Among the many opinion pieces that appeared was one by Karlo Mila, who is a New Zealander of Tongan/Pakeha (European) descent. She recounts the story of how she was welcomed into the coolest group of girls in the class at secondary school only to have one of its ringleaders say ‘I’m so glad there are no Maoris in our class’, then turn to her and add, ‘Sorry, Karlo, if I offended you? I didn’t mean you, of course.’ Karlo describes how quickly her thirteen year old self responded ‘I don’t mind. Why would I care? I’m not Maori.’
It reminded me of a quote from Elizabeth Blackburn :
"Someone once asked me how I did it as a woman," Blackburn recalls. "I said something that surprised even me at the time: 'I disguised myself as a man.' I had not really realized until that conversation that that's what I was doing. At the time, I didn't think of it as a sad thing, but it is sad."And, indeed of my own response on being asked how I had coped with a predominantly male work environment: ‘Once I had been accepted as a good bloke there were no problems.’
Elizabeth Blackburn, UCSF
DISCOVER Vol. 23 No. 11 (November 2002)
Clearly, this is not as straightforward as denying that you are a woman, although one may hear the occasional approving comment ‘But you are not one of those women.’ I believe it has more to do with a tacit acceptance of male as norm, for example, an uncritical acceptance of the proposition that you have to stay late to do science, a proposition described by Blackburn in the same article as ‘the biggest pile of crap’.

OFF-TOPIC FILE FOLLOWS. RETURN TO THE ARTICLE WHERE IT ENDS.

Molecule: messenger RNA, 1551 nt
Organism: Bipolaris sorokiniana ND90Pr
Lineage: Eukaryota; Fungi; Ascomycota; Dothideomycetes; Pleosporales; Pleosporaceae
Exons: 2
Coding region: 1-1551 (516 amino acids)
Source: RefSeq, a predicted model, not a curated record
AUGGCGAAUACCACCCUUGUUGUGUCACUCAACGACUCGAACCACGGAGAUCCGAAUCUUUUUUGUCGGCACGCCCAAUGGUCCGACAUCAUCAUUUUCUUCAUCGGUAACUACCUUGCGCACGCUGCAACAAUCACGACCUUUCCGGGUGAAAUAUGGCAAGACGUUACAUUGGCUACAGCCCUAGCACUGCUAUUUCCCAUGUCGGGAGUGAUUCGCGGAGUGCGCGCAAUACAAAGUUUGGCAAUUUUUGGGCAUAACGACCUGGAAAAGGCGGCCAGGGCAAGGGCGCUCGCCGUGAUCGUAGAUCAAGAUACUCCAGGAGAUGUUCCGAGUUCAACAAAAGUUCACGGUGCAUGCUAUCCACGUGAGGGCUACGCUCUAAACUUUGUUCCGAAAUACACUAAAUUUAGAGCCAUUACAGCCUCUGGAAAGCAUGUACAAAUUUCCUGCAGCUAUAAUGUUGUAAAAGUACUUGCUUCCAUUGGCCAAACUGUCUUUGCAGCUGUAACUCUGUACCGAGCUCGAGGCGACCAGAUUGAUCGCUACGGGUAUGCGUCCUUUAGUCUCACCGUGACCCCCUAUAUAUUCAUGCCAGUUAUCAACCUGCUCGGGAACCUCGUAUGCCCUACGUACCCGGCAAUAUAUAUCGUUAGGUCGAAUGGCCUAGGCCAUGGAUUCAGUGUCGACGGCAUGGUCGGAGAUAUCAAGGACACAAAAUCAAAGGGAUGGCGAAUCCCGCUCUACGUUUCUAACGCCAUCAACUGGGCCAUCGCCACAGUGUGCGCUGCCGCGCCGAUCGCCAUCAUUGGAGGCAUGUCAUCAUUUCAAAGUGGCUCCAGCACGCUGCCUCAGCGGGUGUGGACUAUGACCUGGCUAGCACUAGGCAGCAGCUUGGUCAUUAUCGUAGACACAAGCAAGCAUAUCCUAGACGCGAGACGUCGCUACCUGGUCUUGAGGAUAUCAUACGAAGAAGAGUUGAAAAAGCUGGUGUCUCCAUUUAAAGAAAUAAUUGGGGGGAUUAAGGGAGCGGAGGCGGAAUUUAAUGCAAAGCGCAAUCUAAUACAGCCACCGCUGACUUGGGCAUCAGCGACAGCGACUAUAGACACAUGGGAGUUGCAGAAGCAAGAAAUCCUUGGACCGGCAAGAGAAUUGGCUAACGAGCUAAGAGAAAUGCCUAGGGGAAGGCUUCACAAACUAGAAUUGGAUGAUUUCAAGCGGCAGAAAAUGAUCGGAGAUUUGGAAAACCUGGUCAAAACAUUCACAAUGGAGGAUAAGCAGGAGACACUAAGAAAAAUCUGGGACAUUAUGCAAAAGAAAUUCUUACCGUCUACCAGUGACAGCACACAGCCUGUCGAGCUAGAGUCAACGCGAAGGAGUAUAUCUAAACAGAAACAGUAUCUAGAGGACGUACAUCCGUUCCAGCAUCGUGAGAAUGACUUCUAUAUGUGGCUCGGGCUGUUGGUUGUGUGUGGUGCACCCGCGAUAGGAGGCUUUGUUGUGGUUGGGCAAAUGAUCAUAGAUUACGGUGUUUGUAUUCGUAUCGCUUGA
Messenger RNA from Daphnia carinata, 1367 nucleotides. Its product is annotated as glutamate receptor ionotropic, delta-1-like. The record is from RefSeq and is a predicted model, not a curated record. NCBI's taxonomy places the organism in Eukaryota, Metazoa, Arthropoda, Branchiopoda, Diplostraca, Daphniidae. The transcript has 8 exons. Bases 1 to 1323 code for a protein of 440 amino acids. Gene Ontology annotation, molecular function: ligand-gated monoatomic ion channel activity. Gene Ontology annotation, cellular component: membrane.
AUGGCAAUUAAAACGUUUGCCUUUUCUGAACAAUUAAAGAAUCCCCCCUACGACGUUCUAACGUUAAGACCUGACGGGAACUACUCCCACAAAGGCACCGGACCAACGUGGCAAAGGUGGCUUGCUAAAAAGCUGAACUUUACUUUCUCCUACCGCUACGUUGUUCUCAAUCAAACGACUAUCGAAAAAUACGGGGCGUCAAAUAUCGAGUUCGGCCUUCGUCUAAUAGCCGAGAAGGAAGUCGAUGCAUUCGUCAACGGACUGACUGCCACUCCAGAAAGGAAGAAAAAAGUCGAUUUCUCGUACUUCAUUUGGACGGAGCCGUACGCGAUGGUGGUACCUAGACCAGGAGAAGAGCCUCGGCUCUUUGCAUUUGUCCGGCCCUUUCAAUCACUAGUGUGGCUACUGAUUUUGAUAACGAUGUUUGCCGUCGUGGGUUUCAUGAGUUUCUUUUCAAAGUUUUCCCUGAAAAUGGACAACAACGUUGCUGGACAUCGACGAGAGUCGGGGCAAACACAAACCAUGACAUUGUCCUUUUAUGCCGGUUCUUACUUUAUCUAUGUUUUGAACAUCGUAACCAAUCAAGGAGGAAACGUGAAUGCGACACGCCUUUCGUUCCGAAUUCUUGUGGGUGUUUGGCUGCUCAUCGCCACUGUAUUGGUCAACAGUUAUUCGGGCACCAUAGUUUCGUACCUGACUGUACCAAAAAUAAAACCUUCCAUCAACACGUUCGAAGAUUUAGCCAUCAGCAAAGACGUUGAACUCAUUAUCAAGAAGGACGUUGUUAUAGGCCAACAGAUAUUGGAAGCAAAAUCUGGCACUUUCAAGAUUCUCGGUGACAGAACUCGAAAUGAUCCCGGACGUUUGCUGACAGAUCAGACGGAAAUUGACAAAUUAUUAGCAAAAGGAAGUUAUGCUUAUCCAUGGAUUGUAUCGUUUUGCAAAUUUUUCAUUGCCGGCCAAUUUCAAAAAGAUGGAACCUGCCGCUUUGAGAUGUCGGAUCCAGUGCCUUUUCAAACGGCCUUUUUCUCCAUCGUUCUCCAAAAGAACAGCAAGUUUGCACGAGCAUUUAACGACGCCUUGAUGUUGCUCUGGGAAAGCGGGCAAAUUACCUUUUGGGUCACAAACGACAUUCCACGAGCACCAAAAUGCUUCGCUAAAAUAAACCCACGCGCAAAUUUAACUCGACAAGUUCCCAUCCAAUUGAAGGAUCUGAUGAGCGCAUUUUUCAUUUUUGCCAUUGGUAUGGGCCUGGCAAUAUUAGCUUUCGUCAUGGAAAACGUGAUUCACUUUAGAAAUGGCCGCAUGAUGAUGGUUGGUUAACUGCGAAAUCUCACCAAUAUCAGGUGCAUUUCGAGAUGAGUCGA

I suspect that some of the antipathy that some women express towards organizations or events with the word ‘women’ in the title stems from having gone to considerable effort to fit in their male dominated workplace and not wanting to blow their cover.
I do not see a problem with adopting a more masculine style if that is more effective. I do not see that as being any different from saying ‘S’il vous plaît’ and ‘Merci’ when in France. I think it is more about having to behave in ways that are not comfortable. As one of the post-docs quoted in the Discover article put it "It's just, you've got to be this person that I don't want to be in order to be successful as a scientist."
This is why programmes such as Springboard and, at a different level, Suzanne Doyle-Morris’s “Beyond the Boys’ Club” are so important: they are about being successful and a woman rather than being successful despite being a woman.
We also need to articulate what needs to change and engage men in conversations about how to bring change about.